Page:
Identification of Pathology and Applied Statistics
Operational definitions were designed to categorize erosive arthropathies. These definitions and the references used to create them can be found in Table 1. Clinical and bioarchaeological research was utilized to create these definitions and the primary categorizations included: erosive arthropathy (EA), rheumatoid arthritis (RA), erosive osteoarthritis (Erosive OA), gout, spondyloarthritides (SpAs), reactive arthritis (ReA), psoriatic arthritis (PsA), and ankylosing spondylitis (AS). Use of these definitions throughout the study insured conformity in the identification of pathology.
The presence of three of the following:
Meets all of the following criteria:
|Gout|| Meets all of the following criteria:
Prevalence is the statistical measure of frequency used in this research (Waldron 2007). Prevalence is calculated by taking the number of individuals with the condition of interest and dividing it by the total number of individuals in the defined assemblage. For the purpose of this pilot study, prevalence was used to provide general figures of the total number and types of EA present among skeletal adults of the Towton and All Saint’s assemblages that could then be compared. Statistical analysis utilized the Confidence Interval Analysis Software to calculate prevalence and provide 95 percent confidence intervals.
Inclusion in the Study
Identification of EA requires the presence of several skeletal elements for confident diagnosis. The typical method of inclusion into the study dictates that all of the skeletal elements used for diagnosis must be present (Waldron 2007). This method would produce a drastically underestimated prevalence of EA because a large number of skeletons would have to be excluded from the study; archaeological skeletons are rarely complete, meaning it is highly unlikely that all of the key skeletal elements needed for diagnosis of erosive conditions (feet, hands, spine, and pelvis) would be present (Roberts and Manchester 2010; Waldron 2007).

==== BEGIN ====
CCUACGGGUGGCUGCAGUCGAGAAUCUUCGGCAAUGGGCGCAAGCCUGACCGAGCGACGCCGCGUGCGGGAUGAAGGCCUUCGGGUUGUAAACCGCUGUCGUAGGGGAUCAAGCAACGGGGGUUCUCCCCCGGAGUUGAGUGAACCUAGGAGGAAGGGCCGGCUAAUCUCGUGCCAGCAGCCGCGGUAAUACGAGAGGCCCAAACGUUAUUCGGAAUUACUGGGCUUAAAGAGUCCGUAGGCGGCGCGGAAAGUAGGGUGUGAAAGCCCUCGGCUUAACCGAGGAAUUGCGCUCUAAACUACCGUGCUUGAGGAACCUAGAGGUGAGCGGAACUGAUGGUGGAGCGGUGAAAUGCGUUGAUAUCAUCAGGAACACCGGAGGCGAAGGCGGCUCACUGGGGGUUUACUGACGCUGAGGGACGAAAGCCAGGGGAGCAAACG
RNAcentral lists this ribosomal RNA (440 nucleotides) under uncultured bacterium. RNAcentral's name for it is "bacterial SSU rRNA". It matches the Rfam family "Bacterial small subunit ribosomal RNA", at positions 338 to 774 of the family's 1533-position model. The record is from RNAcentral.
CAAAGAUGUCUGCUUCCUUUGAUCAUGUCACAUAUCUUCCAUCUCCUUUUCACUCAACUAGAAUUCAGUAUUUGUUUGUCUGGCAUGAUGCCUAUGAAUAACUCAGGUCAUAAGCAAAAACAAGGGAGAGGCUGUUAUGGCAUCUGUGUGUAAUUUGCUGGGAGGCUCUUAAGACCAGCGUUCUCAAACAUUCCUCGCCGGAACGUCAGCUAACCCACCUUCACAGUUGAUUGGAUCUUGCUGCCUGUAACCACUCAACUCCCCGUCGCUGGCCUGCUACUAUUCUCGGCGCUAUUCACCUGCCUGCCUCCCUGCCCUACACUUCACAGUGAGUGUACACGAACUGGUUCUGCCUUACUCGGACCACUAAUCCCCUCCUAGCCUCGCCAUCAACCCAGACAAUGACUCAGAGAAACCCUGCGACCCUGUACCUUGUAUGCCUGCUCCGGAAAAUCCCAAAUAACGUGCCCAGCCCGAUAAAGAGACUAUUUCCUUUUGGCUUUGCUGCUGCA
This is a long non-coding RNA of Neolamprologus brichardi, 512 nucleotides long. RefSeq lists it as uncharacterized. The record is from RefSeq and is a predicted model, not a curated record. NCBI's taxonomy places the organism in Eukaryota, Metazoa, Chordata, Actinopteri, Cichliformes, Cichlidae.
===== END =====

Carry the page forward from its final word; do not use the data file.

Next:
With these details in mind, a method for inclusion and exclusion into the study was developed. Rather than considering every element singularly in each skeleton, a method was designed to measure the preservation of the key elements as a whole. Skeletons were assigned to one of four potential categorizations: poor (the majority of the key elements were unobservable due to absence and/or poor preservation, elements present <45 percent); moderate (approximately half of the key elements were observable, but absence and/or poor preservation was still considerable, key elements present 46–65 percent), good (the majority of the key elements were observable, elements present 66–85 percent), and excellent (a near complete skeleton, key elements present >86 percent).
Assigning skeletons to these categories allows the data to be analyzed in levels. A “comprehensive” prevalence would consider all of the skeletal material in the defined population (adult males/males?) regardless of their completeness; this measure certainly underestimates the true prevalence since it assumes all of the missing elements did not have evidence of erosive pathology. Critical analysis would exempt skeletons without relevant erosive pathology assigned to the “poor” or “poor” and “moderate” categories. This analysis accepts that there is an increased probability of underestimating the prevalence when skeletons with a low percentage of observable elements are included in the study, but decreases the probability of underestimating the prevalence if only categories with a high percentage of observable elements are allowed into the study. This method of dealing with missing elements does not eliminate the issue of prevalence underestimation, but it is a critical method that is more inclusive than the alternative and is capable of providing comparable results.